Jaclyn Berry

w4: 3D Scanning and Printing

Test 3D Printer

Before this class, the most experience I had with 3D printing was making small toys with a Printrbot Simple Metal at home. I wanted to use this assignment to try out new machines and test the limitations of this fabrication method.

I started this week's assignment by testing the capabilities of the 3dwox printer with my section. The test print was surprisingly large and took over 6 hours to complete on the easy settings. We decided to use the easy settings as a baseline for future prints. I was pretty skeptical of the print-in-place wheels. As it turns out, the resolution of the printer was great, but the wheels were completely fused to the rest of the print.

Soluble Support

I wanted to try printing a nested speherical ornament. I understood that a nested ornament would require some kind of dissolvable support material. Jenn and Paloma pointed me to the ABS printer that uses dissolvable support. The only limitation was that the object had to be fairly small because the materials were very expensive.

I designed my ornament in grasshopper (something I have been trying to do more lately) and sent it out to print on Thursday afternoon. The first print failed because there was not enough support and the geometry was very fragile.

Jenn was very generous and printed a second version of my file with full support. The second pass came out much better than the first.

All elements were intact after dissolving the support, although they were still a bit rough looking because of the resolution of the extrusion printer. Both spheres can be spun very gently!

Print-In-Place Wheels

I tested out techniques for printing wheels. I drew several iterations of a spring-loaded toy car in Fusion (a learning exprience in itself). My first iteration was modeled as one interlocking set of pieces and would have required dissolvable support, but I felt I should try something different.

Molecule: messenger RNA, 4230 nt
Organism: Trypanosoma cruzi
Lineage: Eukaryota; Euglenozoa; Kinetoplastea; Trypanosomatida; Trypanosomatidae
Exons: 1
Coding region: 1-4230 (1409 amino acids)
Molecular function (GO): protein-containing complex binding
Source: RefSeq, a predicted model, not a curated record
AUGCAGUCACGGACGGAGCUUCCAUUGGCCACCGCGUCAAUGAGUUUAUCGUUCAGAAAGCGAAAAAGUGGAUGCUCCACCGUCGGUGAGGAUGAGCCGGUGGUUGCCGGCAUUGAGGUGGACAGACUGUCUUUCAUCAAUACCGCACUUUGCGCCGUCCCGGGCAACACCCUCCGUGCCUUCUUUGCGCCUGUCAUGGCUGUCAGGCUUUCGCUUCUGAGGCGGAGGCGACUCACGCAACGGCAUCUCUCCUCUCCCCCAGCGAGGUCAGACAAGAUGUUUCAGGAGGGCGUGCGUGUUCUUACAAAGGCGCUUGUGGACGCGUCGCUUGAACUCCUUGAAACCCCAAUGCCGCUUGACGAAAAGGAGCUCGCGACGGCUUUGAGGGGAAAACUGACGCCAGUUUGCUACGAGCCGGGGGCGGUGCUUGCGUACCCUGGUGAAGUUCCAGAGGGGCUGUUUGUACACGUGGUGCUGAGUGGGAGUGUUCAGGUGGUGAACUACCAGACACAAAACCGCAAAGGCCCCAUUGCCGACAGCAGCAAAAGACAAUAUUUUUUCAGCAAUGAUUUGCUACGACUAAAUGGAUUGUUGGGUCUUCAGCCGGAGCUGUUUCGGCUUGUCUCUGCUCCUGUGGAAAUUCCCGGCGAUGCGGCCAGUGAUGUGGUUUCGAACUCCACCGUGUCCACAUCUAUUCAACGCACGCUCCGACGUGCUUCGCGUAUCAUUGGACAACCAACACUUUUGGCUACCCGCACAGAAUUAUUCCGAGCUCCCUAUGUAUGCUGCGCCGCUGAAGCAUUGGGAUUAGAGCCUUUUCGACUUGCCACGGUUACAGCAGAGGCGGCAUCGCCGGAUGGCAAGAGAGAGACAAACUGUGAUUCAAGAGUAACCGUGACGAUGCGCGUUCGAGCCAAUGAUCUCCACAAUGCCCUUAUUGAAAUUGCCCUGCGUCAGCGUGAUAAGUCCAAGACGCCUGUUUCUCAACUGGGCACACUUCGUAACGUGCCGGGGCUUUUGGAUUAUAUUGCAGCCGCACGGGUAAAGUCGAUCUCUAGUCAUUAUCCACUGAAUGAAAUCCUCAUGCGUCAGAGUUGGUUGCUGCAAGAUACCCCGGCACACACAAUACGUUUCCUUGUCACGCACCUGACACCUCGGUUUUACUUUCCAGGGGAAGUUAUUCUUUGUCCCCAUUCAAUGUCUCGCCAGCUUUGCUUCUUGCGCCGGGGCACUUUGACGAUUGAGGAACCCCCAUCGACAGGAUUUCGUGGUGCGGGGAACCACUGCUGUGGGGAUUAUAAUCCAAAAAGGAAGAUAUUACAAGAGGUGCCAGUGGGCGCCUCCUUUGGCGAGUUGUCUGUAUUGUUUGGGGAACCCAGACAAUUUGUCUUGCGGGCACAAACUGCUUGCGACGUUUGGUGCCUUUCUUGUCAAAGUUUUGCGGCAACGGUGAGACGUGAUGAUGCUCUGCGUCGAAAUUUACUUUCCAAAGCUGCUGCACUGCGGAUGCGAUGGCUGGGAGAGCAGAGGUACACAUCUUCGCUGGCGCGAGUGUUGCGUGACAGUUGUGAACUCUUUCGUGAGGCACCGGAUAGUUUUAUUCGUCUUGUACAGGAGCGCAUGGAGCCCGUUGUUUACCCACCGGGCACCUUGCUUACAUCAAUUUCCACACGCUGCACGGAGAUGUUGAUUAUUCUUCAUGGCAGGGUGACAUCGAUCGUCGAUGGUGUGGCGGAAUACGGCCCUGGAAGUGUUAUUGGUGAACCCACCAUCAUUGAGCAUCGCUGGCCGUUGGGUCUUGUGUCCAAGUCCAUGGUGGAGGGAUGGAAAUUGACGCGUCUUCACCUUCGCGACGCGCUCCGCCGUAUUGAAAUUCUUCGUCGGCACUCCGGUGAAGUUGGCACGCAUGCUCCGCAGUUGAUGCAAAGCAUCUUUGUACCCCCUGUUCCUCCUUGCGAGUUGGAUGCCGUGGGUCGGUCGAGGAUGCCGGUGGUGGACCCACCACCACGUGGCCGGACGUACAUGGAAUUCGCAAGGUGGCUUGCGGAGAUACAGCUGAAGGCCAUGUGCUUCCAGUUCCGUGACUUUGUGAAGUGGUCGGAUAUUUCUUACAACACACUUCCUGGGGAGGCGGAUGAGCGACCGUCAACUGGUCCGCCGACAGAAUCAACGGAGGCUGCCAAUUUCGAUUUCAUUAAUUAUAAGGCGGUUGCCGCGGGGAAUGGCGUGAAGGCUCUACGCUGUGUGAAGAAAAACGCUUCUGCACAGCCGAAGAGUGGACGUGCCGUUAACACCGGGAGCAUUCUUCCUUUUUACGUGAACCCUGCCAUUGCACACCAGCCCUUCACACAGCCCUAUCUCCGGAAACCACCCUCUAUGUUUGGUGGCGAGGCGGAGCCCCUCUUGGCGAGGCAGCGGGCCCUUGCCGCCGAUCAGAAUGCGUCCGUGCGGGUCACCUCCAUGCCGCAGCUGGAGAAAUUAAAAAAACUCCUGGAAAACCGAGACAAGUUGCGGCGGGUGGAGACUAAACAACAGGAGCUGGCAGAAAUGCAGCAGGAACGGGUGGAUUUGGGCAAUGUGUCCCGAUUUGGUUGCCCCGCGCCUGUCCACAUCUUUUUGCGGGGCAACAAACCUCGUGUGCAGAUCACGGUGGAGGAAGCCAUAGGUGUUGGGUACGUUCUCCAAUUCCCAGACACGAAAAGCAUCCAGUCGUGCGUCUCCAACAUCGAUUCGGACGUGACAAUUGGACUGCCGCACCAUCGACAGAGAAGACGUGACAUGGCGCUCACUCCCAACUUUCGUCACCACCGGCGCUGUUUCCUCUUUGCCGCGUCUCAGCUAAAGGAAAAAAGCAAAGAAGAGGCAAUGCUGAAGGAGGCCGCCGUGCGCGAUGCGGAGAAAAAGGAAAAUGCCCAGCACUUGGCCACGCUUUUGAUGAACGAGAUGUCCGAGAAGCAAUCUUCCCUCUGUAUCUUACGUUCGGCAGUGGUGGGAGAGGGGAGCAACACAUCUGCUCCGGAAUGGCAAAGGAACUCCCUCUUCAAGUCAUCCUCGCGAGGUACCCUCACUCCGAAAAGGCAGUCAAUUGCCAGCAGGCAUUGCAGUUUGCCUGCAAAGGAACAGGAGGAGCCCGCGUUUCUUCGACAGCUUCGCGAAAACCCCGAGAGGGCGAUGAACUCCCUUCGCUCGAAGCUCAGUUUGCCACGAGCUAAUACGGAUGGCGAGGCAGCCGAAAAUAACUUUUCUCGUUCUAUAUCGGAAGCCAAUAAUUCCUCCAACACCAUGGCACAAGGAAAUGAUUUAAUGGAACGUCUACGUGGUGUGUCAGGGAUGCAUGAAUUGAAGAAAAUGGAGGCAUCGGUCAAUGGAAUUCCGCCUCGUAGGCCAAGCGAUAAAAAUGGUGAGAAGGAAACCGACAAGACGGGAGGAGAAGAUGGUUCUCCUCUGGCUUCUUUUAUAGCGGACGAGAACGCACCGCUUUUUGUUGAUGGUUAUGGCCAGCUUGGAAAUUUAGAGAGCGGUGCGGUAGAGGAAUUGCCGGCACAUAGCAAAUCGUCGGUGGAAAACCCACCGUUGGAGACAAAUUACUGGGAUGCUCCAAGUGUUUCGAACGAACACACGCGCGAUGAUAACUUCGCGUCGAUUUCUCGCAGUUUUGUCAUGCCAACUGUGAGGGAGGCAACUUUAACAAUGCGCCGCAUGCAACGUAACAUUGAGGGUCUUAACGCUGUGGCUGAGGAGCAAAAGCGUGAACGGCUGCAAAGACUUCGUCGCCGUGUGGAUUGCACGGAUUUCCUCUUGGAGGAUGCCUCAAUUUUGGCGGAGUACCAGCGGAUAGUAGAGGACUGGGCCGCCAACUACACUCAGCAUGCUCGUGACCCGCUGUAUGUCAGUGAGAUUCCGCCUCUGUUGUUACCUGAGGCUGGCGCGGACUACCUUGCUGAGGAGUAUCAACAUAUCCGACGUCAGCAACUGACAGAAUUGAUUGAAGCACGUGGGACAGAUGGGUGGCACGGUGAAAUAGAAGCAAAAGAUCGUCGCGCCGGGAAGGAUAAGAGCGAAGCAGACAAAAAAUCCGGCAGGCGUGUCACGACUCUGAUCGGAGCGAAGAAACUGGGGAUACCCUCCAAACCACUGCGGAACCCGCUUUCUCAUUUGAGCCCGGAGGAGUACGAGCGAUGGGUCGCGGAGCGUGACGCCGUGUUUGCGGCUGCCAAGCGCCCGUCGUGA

For the second iteration, each element of the car was supposed to be printed as a separate piece. I tried printing this version with my home printer (I was out of town over the weekend), but failed. I realized that 3D printing wheels was slow and better suited for a laser cutter. I also learned that the thickness of my spring was too large because the printer tried to add "fill" between the shell layers, which created a lot of webbing.

I went back and tried testing two different methods for print-in-place wheels. The first method was modeled as a loose wheel on a body with an axle. I allowed for a small gap between the wheel and the body so the wheel could be pried free. Had there been less contact area between the body and the wheel, this may have worked, unfortunately the wheel completely adhered to the body.

The second method was a wheel held in place by the body (no axle). I had to adjust the tolerance between the body and the wheel a few times before the wheel rotated freely, but it seemed like a viable solution.

I tested out my axle-free wheel with a spring. The body, wheel and spring were printed all as one object. In this test, I created too large a gap between the spring and the face of the wheel, so half of the spring is deformed. The wheel also got stuck to the body in a few place and had to be cut apart with a knife. Despite the errors, it is mostly functional.

Finally, I used my new wheel technique to print a whole 'car.' This car was printed as a single job on the 3dWox in the Architecture shop. While it cannot stand and the wheels are too slippery to actually move the car anywhere, the spring is fully functional and the wheels turn freely. I fixed the tolerance between the body of the car and the spring, so the spring was perfectly formed and easily detached. The tolerance between the body and the wheels may have been slightly too large this time (I increased by .1mm to improve rotation) because the front wheel tends to fall out.


The 3D scanning process was a bit tricky. The scanner in the architecture lab frequently lost tracking and I had to start over multiple times. My classmate recommended circling my object (my shoe) at a constant viewing angle first, then trying to fill in any missing details. This strategy worked pretty well. The scanner was able to capture the general shape of my sneaker, but it had trouble mapping the laces. I imagine the density of light points is not high enough to capture such small objects. The resolution was very low. I would probably avoid this method of for creating a 3d model in the future.

How to Make (Almost) Anything | Fall 2017